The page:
The size of the cap isn't that important but if you are going to feed it with 2.2kilo of panels, I'd be going at least 1000Uf and a 450V rated cap.
On my unit I'll be doing 6x 1000UF Caps and If the  scrapped inverter I have up the back is what I think it is, I'll be running 12 1000UF caps.
When the unit is operating in midday I expect the fet to be almost constantly on.  When the sun is lower in the sky, the switching time will be greatly reduced but the power pulse will be much stronger.

You can run small caps but I'm the sort of guy that likes Low reving, High torque kind of setups.  :0)
With the cap on the teckluck I think you are trying to drive a Pickup truck with a small engine sitting on 8000RPM the whole time. It will work, for a while but then.... The ones on those board are not much bigger than you'd expect to find in a radio. Ones I am looking at are much fatter and higher voltage and that's only because I have them and the 4700Uf 450V ones I'd like are not cheap. 6 or 12K Uf will be enough though.

I know where you are coming from with the terminology.  I find that 90% of the frustration myself sometimes.  Look for the wrong term and you find nothing. Put the right term in and there is more choice and availability that what you could have imagined.

I knew the zero export units were exy which is why I said grit your teeth.  I have been looking for one for a while at an affordable price.
I have a 3 phase AC with one phase I can't feed back on.  I got a DPDT relay and put that on an inverter which matches the Units Draw  on that phase, Ironically, 2,2 kilo.  I have that inverter on what was 5 kw of panels so it produces late into the afternoon. When the compressor on the AC kicks in, the relay Switches and the inverter powers up again and syncs to that phase and supplys the AC.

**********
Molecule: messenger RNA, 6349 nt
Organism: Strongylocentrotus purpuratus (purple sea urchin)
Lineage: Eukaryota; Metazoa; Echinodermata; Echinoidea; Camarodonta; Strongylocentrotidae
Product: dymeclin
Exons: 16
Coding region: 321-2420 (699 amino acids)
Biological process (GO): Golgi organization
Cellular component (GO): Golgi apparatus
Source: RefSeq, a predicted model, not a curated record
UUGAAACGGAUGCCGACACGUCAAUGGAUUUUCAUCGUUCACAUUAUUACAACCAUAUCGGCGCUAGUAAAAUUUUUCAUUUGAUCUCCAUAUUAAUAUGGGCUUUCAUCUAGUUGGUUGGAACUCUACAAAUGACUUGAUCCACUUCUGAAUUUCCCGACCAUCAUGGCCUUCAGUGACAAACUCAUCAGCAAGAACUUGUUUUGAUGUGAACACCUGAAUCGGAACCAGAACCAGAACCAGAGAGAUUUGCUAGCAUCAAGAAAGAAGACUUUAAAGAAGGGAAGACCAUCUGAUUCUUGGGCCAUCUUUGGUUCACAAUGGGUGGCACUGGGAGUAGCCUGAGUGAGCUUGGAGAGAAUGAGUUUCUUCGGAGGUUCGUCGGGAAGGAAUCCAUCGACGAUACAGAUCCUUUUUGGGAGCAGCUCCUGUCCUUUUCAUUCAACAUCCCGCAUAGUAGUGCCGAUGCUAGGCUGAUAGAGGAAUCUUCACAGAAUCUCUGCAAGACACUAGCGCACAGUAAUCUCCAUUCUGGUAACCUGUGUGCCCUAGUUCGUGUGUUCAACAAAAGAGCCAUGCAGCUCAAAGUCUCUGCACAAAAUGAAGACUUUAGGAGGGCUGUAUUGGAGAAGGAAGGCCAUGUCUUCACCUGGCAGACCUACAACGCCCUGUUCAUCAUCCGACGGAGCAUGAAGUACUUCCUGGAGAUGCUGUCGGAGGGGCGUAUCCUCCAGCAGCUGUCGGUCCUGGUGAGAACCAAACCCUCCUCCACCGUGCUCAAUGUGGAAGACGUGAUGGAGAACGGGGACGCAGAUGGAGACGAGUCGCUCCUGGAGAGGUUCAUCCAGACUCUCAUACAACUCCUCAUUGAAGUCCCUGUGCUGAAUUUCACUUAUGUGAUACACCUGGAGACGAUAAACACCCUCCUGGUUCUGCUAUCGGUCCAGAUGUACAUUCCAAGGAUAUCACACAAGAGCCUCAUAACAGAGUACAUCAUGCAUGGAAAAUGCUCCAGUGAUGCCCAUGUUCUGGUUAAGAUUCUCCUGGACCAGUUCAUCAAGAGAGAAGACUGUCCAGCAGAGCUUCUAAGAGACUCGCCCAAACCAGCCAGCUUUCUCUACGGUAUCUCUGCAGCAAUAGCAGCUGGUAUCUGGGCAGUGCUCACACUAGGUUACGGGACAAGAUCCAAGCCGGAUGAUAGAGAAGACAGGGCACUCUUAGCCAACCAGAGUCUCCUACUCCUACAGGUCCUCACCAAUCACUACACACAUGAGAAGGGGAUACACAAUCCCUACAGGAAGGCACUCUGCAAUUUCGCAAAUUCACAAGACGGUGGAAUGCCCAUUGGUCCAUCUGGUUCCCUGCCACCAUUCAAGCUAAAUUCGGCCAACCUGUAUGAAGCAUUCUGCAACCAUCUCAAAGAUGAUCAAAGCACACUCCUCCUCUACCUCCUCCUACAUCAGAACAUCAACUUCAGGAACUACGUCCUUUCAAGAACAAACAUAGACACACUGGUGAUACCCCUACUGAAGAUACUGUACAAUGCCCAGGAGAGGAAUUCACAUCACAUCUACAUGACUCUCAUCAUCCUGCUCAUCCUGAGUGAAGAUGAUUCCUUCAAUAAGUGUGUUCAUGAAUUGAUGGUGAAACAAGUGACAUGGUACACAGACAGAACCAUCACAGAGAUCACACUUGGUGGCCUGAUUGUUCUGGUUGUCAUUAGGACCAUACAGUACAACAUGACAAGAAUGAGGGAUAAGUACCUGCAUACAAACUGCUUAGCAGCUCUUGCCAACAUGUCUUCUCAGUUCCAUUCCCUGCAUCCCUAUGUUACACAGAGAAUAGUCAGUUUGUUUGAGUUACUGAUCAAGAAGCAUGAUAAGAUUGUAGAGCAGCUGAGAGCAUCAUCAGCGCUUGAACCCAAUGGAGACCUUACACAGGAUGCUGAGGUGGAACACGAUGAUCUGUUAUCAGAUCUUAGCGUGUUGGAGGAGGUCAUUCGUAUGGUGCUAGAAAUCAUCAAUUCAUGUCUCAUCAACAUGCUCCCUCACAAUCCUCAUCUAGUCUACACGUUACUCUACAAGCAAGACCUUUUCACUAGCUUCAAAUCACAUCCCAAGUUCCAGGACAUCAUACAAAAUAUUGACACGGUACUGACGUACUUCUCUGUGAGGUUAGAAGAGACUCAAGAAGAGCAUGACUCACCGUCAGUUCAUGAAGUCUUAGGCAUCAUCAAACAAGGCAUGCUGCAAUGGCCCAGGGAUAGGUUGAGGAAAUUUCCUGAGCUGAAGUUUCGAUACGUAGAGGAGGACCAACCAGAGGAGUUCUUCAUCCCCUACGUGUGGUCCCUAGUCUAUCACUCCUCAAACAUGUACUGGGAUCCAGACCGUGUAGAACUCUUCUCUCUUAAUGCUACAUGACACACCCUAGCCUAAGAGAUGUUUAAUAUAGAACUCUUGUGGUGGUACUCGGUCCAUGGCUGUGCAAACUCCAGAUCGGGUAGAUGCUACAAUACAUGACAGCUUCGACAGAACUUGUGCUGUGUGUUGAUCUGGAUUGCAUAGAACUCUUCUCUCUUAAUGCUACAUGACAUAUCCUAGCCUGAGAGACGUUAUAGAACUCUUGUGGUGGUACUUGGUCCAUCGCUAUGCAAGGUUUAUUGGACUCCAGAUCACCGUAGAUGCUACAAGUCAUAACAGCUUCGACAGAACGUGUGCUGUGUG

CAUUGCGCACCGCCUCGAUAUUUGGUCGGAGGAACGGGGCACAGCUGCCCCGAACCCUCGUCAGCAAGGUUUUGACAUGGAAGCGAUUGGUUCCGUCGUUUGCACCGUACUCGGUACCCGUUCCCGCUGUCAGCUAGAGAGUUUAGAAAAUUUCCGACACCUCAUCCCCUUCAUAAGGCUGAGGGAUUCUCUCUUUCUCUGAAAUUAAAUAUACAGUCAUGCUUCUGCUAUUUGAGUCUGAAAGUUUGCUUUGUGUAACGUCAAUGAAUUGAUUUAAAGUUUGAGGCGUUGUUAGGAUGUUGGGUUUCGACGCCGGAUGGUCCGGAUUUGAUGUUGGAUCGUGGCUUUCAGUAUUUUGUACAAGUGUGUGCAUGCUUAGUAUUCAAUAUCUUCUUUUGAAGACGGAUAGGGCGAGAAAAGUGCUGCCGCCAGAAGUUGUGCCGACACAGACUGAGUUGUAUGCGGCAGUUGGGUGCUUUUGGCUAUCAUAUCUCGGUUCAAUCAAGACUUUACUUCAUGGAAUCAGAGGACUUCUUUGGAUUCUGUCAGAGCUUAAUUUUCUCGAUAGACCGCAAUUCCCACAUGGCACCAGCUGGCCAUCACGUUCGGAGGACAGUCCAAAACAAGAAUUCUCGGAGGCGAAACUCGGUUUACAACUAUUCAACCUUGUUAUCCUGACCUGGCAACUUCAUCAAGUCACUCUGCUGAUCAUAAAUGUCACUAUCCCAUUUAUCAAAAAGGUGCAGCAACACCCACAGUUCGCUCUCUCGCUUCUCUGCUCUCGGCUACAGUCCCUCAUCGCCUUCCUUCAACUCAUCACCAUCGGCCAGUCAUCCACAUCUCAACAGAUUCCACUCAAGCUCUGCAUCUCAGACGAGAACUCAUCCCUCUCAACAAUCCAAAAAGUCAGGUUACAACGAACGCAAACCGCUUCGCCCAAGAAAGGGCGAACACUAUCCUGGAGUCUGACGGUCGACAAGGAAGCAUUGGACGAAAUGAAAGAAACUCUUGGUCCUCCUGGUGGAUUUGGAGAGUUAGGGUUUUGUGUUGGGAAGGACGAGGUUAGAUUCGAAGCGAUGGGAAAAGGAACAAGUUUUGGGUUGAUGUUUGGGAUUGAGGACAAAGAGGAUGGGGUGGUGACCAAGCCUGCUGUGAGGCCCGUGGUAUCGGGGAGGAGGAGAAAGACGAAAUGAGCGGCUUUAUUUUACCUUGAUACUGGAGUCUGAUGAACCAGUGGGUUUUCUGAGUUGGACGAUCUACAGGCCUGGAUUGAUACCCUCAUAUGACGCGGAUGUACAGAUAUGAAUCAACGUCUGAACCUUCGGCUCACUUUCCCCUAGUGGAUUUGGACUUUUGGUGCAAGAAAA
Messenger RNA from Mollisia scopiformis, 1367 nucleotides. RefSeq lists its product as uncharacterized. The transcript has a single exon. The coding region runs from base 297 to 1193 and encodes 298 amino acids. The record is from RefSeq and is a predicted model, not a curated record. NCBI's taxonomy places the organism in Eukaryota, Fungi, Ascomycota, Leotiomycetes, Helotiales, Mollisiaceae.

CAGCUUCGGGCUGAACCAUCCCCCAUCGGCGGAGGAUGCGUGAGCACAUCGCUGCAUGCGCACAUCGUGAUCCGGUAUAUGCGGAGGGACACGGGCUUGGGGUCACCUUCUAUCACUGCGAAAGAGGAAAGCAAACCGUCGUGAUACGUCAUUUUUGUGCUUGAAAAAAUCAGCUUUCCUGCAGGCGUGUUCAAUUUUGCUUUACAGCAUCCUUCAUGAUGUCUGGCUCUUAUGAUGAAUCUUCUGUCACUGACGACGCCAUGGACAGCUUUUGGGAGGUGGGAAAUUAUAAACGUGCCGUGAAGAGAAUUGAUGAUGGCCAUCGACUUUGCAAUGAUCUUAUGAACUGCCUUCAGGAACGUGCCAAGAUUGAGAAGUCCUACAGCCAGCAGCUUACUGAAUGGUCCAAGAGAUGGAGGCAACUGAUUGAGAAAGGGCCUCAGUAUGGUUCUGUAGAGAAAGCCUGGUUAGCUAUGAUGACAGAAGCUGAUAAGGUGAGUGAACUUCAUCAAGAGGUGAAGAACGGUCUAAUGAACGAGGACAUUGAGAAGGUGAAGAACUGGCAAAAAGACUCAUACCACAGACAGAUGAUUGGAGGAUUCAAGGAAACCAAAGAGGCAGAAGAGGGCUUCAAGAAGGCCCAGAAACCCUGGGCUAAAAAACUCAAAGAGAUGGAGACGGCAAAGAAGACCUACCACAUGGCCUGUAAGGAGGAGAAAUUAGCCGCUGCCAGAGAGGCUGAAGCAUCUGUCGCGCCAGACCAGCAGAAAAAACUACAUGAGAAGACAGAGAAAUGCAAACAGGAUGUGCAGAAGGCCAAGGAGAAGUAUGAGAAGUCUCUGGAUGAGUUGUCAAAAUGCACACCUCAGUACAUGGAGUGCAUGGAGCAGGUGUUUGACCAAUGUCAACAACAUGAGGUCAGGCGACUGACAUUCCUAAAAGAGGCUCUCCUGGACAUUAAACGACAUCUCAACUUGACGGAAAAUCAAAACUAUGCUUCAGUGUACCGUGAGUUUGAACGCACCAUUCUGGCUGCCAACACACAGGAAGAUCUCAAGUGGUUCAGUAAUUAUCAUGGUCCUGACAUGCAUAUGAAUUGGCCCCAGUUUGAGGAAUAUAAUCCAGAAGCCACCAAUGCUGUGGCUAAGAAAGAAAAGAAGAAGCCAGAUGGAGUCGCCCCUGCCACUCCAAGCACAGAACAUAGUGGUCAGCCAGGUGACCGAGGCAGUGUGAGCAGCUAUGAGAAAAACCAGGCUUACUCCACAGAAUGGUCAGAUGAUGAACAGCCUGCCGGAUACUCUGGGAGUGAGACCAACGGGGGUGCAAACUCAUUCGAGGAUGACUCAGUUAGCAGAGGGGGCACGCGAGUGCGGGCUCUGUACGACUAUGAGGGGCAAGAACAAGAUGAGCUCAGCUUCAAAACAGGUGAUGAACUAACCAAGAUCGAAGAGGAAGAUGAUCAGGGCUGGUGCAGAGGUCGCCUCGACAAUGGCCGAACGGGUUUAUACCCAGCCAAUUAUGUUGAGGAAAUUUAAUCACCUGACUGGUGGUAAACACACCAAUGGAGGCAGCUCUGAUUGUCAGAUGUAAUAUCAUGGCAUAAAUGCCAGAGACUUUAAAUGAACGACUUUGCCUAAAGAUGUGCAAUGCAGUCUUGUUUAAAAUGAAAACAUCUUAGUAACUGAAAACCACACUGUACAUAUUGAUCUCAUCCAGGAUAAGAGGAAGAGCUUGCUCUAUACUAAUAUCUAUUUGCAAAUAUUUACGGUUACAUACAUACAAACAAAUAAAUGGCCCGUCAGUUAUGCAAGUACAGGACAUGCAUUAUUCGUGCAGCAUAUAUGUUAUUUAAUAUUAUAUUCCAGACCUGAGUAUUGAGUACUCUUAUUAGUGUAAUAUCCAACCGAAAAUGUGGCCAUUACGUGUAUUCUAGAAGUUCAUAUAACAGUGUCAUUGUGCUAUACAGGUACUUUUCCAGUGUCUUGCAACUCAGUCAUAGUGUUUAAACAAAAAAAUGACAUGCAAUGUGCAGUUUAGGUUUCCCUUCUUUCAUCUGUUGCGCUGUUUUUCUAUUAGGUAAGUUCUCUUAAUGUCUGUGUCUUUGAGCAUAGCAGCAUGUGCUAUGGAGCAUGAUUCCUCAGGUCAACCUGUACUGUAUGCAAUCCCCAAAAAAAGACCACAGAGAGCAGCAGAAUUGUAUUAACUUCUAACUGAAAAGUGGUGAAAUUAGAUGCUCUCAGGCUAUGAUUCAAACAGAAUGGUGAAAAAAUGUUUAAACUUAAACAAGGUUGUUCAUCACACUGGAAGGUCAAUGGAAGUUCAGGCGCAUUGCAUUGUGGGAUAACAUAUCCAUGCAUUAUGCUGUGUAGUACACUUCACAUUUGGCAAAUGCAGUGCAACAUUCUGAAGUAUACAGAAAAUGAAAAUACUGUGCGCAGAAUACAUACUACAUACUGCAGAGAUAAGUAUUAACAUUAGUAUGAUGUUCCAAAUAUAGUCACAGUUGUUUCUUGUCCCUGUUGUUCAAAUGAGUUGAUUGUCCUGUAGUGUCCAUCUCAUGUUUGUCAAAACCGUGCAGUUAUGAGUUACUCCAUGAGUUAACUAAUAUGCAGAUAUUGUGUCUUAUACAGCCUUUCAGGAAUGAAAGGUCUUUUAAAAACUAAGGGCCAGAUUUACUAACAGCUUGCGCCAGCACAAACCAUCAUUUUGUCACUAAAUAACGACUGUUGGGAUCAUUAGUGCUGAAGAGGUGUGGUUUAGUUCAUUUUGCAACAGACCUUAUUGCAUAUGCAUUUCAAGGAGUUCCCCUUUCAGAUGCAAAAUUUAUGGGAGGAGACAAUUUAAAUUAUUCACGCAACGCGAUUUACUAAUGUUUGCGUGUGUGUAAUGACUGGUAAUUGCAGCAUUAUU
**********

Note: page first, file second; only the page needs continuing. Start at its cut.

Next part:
When the compressor drops out, the inverter does too in the split second and then connects the power back to another phase so the power isn't wasted.
Knowing I am running on free power I tend to put the  thermo  on the lowest setting through the day to Cold sink the house much as I can and then just have the AC kick in minimally through the night if it needs to.

My zero export is just running the inverter to it's limit which nicely matches the load I want to drive and can't export any excess power.
It's not the most elegant of solutions but seeing it saved me at least $500 last summer and the relay was about $4, I think it's perfect!  :0)